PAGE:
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March 28, 2008

Installing IPP Printers from the Command Line in Mac OS X

We've rolled out some scripts for departments using our IPP printers that install these printers via the command line. I thought I'd share the syntax in case anyone else needs to do this. First, you need to install the driver (obviously) and get the .PPD for the printer. Then, use the lpadmin command:

lpadmin -p "Printer_Name" -v "ipp://some.print.server.here:port/path/to/printer" -D "Printer Name" -E -P "/path/to/ppd"

That will install the printer as an IPP printer using the specified PPD.

Posted by slauncha at 02:08 PM | Comments (0) | TrackBack

March 25, 2008

Office 2008

We've prepared Office 2008 transcripts for testing. We still need to make default user profiles and re-do applications that hook in to Office (Adobe Acrobat, EndNote, etc.) to work with the new version, but we should have a finished version for Spring semester.

Posted by slauncha at 11:44 AM | Comments (0)

Fragmentation Bug in Disk Utility and Boot Camp Assistant

We've noticed a bug in Disk Utility and Boot Camp Assistant in 10.5.2. When trying to shrink a volume without reformatting it, if there are file fragments at the end of the volume, Disk Utility will fail, with an error message reporting "not enough free space." Using Boot Camp Assistant to shrink the volume will result in a kernel panic as the underlying shrinking process fails.

The workaround for this issue is as follows: boot the Mac into target disk mode, connect it to another Leopard-based Mac, and make a backup image from the drive. Erase the drive and apply the newly created backup image to it, effectively defragmenting it, and you will be able to shrink the partition without error.

Posted by slauncha at 11:39 AM | Comments (0)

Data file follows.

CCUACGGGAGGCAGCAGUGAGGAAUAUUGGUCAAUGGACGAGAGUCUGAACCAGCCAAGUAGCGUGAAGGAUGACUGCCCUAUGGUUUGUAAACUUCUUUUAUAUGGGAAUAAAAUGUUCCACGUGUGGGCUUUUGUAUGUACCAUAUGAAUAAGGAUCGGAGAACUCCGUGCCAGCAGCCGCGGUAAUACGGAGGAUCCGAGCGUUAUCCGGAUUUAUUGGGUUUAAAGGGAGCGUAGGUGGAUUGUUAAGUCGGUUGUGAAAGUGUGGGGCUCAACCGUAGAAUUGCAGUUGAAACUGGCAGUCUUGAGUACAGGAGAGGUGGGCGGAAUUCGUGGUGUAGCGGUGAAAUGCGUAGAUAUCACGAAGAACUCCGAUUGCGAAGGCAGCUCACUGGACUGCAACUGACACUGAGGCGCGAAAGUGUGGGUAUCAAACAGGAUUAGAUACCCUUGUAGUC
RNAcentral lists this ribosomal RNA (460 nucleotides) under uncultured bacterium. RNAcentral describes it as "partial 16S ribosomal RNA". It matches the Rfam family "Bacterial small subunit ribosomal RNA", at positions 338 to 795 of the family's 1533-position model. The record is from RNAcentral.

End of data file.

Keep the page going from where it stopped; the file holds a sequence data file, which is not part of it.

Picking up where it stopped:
March 05, 2008

Leveraging NetBoot for Mac OS Kernel Updates

One of the things that have troubled us in the past has been using Radmind for major OS updates. If the kernel is updated, or if /System/Library/CoreServices/BootX is touched, Radmind can fail to update the loadset and in some cases our scripts won't reboot the station. In our transition from 10.3 to 10.4, we had student employees rebooting stations across campus after their Radmind session finished. Looking forward to the 10.4 to 10.5 transition, I think I'm going to develop a set of scripts to get around this issue. Here's how it'll work:

  1. After fsdiff runs, a pre-apply script checks the difference transcript against a list of items that may break the update (e.g. mach_kernel and BootX).
  2. If one of those items is present, it touches a file that acts as a flag (maybe /var/radmind/client/.UpdateSystemFiles). Then it sets the default boot behavior to our NetBoot image.
  3. The NetBoot image, upon detecting the file on the hard drive, runs ktcheck to get the proper command file for the hostname. It checks the version of the OS contained in the command file (using the transcripts' names) against the version of the OS currently on the hard drive. If there's a major discrepancy, such as 10.4 to 10.5 (really, anything that would use a different negative), it will apply an ASR image to the hard drive.
  4. The NetBoot image runs a Radmind session (thanks to relative paths) on the hard drive, updating the kernel and other sensitive files as necessary.
  5. The computer reboots, and has been updated without any user interaction.

This method will allow us not only to deploy 10.5 to stations running 10.4, but also to deploy future system updates. Say 10.5.3 updates the kernel, for instance. It'll probably take a while for this to all come into place, but it will set the groundwork for making our lives a lot easier.

Posted by slauncha at 03:32 PM | Comments (0) | TrackBack

March 04, 2008

Mac Kernel Panics

Recently we've been having strange problems where some of our Macs, after having an ASR image applied to them, show a kernel panic and complain that they can't find drivers for their hardware types. We've noticed this on PowerMac G5s and iMac G5s. Though we're not sure why these errors are suddenly occurring, we're working to identify and resolve the issue.

Update: We discovered that the reason these Macs were having a kernel panic had to do with the ASR image. When I updated the NetBoot server to accommodate the pains of the aluminum iMacs, I noticed that the NetBoot image was pointing to an older ASR image. I changed it to the new one and we never noticed a problem until this week when certain PowerPC-based Macs started panicking on boot. I changed the old NetBoot image back to pointing to the old ASR image, and now everything is happy again.

Posted by slauncha at 10:04 AM | Comments (0)